Pathur damned and doomed

Pathur damned and doomed
Highlights

While there is a deliberate effort to paint most of the deaths in rural areas as farmers’ suicides, one village proves to be different. Of the many factors that could be blamed for the suicides, the striking factors are illiteracy and unemployment. 

Medak: While there is a deliberate effort to paint most of the deaths in rural areas as farmers’ suicides, one village proves to be different. Of the many factors that could be blamed for the suicides, the striking factors are illiteracy and unemployment.

Illiteracy, unemployment plagues this villagae

Pathur, a gram panchayat with more than 3000 population, lies just outside Medak town along the Medak-Siddipet road. The scene of the village paints a sombre picture of unfinished houses, unrealised dreams and lives cut-short due to suicides.

In Pathur, the new wave of suicides started when Bussa Vijay (22), a painter working in Hyderabad, came back home, doused with kerosene and set himself on fire in November 2014. A few days after his death, Bussa Lakshmi (24), also died in a similar manner. Just a few days later Sunkari Ramavva (45) died exactly the same way.

What was common between the three was that their houses were located close to each other and their families were burdened with debts. Lakshmi was the only one among the three to receive farmers’ suicide compensation (only a part of it), as she had deposited all her gold in a bank for availing crop loan.

On December 31, 2014, Sana Rajini (29), who had just returned to her village after attending training for DSC, committed suicide due to unknown reasons. Even 2015, was not any different. The villagers had to witness another suicide on New Year. Durthi Yadagiri (30), hanged himself on January 1.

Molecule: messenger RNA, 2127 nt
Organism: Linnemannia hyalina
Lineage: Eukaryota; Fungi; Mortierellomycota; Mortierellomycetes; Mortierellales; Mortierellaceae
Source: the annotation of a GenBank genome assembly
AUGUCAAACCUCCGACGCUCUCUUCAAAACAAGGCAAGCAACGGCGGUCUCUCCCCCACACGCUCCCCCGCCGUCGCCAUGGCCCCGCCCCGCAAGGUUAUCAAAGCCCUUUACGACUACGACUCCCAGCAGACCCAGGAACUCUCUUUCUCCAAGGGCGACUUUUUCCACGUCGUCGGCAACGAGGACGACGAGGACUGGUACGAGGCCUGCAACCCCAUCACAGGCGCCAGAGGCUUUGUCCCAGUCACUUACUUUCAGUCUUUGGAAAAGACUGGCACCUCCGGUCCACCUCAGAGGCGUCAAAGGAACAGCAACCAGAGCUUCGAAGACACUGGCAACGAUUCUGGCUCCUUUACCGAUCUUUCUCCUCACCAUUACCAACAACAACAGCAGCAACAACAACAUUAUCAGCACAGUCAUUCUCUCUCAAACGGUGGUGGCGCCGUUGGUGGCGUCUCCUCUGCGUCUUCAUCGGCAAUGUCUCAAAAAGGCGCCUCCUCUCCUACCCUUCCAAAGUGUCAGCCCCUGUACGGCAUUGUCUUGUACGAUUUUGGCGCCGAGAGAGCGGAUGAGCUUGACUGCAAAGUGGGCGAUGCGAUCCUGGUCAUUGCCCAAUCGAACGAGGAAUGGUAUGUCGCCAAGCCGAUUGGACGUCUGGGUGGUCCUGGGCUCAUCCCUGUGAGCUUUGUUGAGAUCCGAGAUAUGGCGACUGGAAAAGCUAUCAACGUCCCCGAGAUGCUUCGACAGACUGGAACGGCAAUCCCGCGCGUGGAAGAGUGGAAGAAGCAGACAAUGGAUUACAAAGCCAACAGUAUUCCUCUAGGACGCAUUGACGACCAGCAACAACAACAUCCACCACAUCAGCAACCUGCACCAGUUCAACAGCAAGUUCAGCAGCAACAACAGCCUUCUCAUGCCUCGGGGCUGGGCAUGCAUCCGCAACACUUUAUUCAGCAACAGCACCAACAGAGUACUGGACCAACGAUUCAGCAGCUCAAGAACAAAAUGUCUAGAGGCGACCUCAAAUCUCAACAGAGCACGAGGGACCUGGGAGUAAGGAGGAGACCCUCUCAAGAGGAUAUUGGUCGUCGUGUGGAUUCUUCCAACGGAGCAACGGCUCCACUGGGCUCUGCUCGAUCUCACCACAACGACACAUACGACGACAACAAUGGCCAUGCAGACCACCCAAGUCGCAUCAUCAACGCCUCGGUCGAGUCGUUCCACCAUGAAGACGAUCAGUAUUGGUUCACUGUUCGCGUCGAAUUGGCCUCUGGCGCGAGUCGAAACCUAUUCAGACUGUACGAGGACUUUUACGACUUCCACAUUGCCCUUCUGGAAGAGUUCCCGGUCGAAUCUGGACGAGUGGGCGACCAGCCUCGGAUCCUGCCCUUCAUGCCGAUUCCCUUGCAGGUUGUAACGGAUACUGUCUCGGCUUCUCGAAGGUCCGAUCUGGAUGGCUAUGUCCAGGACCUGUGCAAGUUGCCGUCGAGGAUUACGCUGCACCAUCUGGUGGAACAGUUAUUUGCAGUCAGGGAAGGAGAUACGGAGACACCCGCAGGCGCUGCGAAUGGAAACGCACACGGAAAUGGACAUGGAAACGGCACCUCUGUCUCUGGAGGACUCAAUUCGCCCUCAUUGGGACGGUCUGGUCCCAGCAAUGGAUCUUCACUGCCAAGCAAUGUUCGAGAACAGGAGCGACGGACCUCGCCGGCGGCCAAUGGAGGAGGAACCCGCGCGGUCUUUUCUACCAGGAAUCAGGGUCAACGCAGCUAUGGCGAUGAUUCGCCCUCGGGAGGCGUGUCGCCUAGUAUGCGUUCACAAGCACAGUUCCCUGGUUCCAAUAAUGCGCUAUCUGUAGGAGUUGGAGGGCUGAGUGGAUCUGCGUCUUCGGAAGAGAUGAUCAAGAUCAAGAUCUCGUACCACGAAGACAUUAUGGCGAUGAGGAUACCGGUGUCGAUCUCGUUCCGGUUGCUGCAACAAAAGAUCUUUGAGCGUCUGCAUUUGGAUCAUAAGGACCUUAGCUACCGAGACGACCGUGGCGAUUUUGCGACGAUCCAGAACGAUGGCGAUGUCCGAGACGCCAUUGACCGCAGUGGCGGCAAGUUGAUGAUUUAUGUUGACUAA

The First Information Report (FIR) stated that he died due to debts. The deaths continued until the end of the year, with another six persons (four of them youngsters) committing suicide.

A majority of the village population is Mudirajus who own very little land. Many of them own just a few guntas or half an acre of land. The fortunate ones own 1.5 to 2 acres of land. Tappa Yellam (28), neither owned a gunta of land, nor even had an own house.

His father died a few years ago and being the only son in the family, he got both of his sisters married. After taking up odd jobs in Hyderabad, he returned home to end life. There are several reasons attributed to his suicide. He didn’t own any land. Nobody came forward to marry him. Getting depressed, he hanged himself.

His mother still lives in the rented house paying Rs 250. Thanks to Aasara pensions, she is surviving. She also works as a daily wage labourer, but does not have a job card to work in NREGS works. Villagers blame it on the Field Assistant for not giving job cards to the eligible.

Mudavath Naresh (25) lived in Motakadi Thanda, a tribal hamlet which comes under Pathur. He shared two acres of land with his two brothers, leaving very little for him to cultivate.

The day when land surveyors came to his land to be acquired for laying Akkannapet- Medak railway line, he got depressed as his part of land, which had a functional borewell, was being acquired. He committed suicide the day survey was done, by hanging himself.

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